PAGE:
• Glove Material: 94% Polyester, 6% Spandex
  • Palm Material: Synthetic Suede
  • Pros: Best seller. Storage connector/hang loop. Cooling feature. Adjustable wrist straps give secure fit. Good looking.
  • Cons: Modest palm durability. Expensive. Less finger and wrist coverage than is ideal.
REI Active Pursuits Sun Glove

REI Co-op Active Pursuit Sun Gloves

The REI Co-op Active Pursuits are an up-and-coming pair of the best sun gloves; another example of REI’s attempt to corner the marketplace for outdoor basics done-well. They score strong user reviews and are reasonably affordable. Unlike all other models, their palms are reinforced with real suede, rather than synthetic – so vegans beware. We also note the strange design choice to reinforce only the pointer finger with suede, rather than all fingers, and worry that this could create durability issues – either from wear-and-tear with poles, or at the seam from frequent on/off pulling.

  • Price: $27
  • UPF: 50
  • Weight: 1.0 oz
  • Glove Material: Lycra Spandex
  • Palm Material: Real Suede
  • Pros: Lightweight. Affordable. Good finger and wrist coverage. Highly rated.
  • Cons: Unusual choice to not reinforce all fingers, could create durability issue.
eclipse Sun Gloves

éclipse Gloves Sun Gloves

Now here’s an interesting take on sun protection gloves from éclipse Gloves. Unlike all others in our guide, this model is not constructed with reinforced palms, nor does it have individual finger slots. This level of simplicity results in the easiest on/off and lightest weight in our round-up – less than half an ounce. A big part of what damages sun gloves is pulling them on/off, which is circumvented here by the lack of individual finger slots making the process way easier. We’d expect durability issues, but haven’t seen/heard much of any yet. They may not offer as much comfort while holding trekking poles, but don’t seem prone to immediately shredding.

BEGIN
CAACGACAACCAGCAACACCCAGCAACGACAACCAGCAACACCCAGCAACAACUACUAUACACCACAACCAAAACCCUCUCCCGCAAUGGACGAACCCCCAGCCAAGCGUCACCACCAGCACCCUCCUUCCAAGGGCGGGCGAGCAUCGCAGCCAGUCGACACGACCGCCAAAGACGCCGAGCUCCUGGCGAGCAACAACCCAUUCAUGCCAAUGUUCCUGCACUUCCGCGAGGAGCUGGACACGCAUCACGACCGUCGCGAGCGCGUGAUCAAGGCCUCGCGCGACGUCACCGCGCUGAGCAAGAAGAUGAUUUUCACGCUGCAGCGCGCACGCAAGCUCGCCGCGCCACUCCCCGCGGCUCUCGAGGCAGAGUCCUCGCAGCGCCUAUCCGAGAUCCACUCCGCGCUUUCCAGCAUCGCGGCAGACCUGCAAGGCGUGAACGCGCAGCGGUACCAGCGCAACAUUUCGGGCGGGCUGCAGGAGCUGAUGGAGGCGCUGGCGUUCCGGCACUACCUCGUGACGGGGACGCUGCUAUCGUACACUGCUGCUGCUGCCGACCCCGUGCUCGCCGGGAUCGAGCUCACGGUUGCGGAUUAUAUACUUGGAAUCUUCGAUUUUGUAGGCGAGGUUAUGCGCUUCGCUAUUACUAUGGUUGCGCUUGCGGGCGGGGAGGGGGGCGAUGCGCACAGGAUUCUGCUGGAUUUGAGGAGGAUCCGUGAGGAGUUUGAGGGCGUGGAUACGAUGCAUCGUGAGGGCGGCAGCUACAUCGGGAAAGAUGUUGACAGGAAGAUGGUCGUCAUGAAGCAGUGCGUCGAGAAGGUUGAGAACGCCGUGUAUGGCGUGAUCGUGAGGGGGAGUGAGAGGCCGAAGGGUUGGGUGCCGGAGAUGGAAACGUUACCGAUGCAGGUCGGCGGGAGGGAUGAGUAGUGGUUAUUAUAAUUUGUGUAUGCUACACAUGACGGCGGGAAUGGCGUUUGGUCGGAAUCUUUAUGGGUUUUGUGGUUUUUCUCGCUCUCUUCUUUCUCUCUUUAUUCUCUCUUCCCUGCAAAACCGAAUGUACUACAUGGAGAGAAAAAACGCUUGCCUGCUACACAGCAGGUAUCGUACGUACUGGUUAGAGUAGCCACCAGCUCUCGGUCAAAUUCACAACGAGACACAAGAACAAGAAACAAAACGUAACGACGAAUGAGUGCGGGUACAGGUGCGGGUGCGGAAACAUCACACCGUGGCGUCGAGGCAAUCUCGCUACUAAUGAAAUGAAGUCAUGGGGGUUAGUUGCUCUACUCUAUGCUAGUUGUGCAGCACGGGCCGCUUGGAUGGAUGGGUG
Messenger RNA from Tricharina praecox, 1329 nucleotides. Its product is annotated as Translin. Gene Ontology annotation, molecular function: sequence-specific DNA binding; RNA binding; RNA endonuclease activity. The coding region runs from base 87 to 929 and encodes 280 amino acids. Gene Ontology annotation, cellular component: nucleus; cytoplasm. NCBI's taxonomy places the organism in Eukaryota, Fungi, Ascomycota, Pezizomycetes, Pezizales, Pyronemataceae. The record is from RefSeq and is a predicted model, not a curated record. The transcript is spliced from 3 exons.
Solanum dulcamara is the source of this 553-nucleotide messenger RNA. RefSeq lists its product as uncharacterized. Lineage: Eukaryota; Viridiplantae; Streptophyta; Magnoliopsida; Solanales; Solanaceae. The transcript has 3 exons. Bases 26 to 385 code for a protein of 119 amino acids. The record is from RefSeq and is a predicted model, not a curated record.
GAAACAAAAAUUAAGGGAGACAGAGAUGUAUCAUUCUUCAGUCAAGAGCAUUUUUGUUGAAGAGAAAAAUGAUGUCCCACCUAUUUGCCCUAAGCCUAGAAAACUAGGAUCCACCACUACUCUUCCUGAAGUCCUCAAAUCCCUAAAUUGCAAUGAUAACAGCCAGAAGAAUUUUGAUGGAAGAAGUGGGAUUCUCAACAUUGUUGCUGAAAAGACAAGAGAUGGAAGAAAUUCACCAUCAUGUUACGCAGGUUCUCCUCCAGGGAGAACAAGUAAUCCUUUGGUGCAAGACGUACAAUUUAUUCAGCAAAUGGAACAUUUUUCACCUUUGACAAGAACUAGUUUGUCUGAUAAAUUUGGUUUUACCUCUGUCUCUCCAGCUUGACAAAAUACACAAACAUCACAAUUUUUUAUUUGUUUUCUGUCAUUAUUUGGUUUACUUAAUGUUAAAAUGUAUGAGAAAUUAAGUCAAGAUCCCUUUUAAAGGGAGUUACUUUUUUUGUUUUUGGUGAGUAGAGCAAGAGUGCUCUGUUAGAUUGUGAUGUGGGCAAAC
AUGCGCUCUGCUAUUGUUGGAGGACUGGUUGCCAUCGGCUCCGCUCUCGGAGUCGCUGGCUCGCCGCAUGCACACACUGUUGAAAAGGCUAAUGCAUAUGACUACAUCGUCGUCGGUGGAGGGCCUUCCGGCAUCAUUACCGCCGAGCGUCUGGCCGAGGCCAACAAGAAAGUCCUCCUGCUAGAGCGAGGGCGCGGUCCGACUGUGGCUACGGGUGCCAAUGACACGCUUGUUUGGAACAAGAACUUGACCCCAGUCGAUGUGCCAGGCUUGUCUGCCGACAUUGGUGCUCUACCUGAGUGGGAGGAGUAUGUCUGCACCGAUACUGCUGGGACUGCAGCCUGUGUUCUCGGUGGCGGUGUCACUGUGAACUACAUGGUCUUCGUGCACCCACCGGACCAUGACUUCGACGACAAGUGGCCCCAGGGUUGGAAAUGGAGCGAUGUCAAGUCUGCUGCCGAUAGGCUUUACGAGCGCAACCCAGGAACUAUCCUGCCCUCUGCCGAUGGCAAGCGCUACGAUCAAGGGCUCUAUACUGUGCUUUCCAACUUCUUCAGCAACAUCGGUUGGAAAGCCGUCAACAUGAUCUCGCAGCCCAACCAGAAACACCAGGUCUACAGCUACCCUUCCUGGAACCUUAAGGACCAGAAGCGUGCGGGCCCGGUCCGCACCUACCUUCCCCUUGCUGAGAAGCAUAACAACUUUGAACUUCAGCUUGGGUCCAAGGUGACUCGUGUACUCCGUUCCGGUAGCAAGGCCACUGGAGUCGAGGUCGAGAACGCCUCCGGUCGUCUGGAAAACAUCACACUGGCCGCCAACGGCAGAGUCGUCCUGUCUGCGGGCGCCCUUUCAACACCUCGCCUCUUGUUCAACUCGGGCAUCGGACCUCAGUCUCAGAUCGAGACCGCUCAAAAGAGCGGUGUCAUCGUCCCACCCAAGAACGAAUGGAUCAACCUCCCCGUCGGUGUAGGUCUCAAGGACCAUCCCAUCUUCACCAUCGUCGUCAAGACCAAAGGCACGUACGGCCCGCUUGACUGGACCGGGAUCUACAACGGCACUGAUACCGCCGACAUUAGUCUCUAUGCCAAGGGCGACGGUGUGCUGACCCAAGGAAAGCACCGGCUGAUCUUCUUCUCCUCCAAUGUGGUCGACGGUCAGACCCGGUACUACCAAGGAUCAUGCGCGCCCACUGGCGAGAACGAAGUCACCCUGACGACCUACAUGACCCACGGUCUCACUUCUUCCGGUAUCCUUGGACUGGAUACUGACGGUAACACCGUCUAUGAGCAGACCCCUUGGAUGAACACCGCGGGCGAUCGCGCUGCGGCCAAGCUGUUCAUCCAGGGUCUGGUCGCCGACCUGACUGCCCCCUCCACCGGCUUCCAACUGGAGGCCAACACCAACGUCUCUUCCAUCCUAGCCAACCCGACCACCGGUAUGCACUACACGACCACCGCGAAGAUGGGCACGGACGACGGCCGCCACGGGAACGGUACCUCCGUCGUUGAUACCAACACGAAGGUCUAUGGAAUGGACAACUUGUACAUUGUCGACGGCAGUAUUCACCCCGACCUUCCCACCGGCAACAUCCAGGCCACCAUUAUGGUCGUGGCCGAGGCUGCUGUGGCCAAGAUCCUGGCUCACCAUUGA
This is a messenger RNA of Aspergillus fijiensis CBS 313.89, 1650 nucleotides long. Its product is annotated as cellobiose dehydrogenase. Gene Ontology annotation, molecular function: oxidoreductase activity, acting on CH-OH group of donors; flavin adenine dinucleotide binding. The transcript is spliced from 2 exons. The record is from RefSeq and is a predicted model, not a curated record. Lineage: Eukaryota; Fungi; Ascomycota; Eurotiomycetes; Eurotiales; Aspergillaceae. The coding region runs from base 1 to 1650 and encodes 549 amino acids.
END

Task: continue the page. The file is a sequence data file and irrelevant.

We also note that they’re made with a fancy thermo-regulator fabric called 37.5 that claims to remove moisture vapor before it turns to liquid sweat. That said, we’ve never been particularly impressed or formed a strong belief in textile technologies like these.

  • Price: $29
  • UPF: 50+
  • Weight: 0.4 oz
  • Glove Material: 87% Polyester, 13% Spandex
  • Palm Material: 87% Polyester, 13% Spandex
  • Pros: Super ultralight. Minimalist. Temperature control fabric. Easiest on/off.
  • Cons: No reinforced palms. One-size fits most.
ActiveIce Chroma Full Sun Gloves

Outdoor Research Chroma ActiveIce Gloves Full

We generally prefer and recommend half-finger/fingerless sun gloves, but for full-finger protection, grab a pair of the OR Chroma ActiveIce Full. This style is less dexterous and offers a far inferior user-experience compared to fingerless models, but in exchange for complete sunscreen-free protection.

Like their fingerless siblings, these gloves comes with all of the bells and whistles, including storage connector tabs, touch screen compatible tips on pointer finger and thumb, and a cooling fabric called ActiveIce. Though the latter has never really impressed us. The palms are reinforced with a synthetic suede which adds comfort and grip, but is prone to shredding with frequent trekking pole use. As such, we prefer this model more for running than for hiking.

  • Price: $37
  • UPF: 50+
  • Weight: 1.4 oz
  • Glove Material: 94% Polyester, 6% Spandex
  • Palm Material: Synthetic Suede
  • Pros: Best seller. Storage connector/hang loop. Cooling fabric. Adjustable wrist straps give secure fit. Good looking. Full-finger coverage increases sun protection.
  • Cons: Modest palm durability. Expensive. Less dexterity because full finger coverage.
Sun glove holding trekking pole

 More About Hiking In Sun Gloves

Best sun gloves for hiking criteria

  • Protects skin from harmful UV: Obviously that’s the whole point. UPF 50 rating is preferred.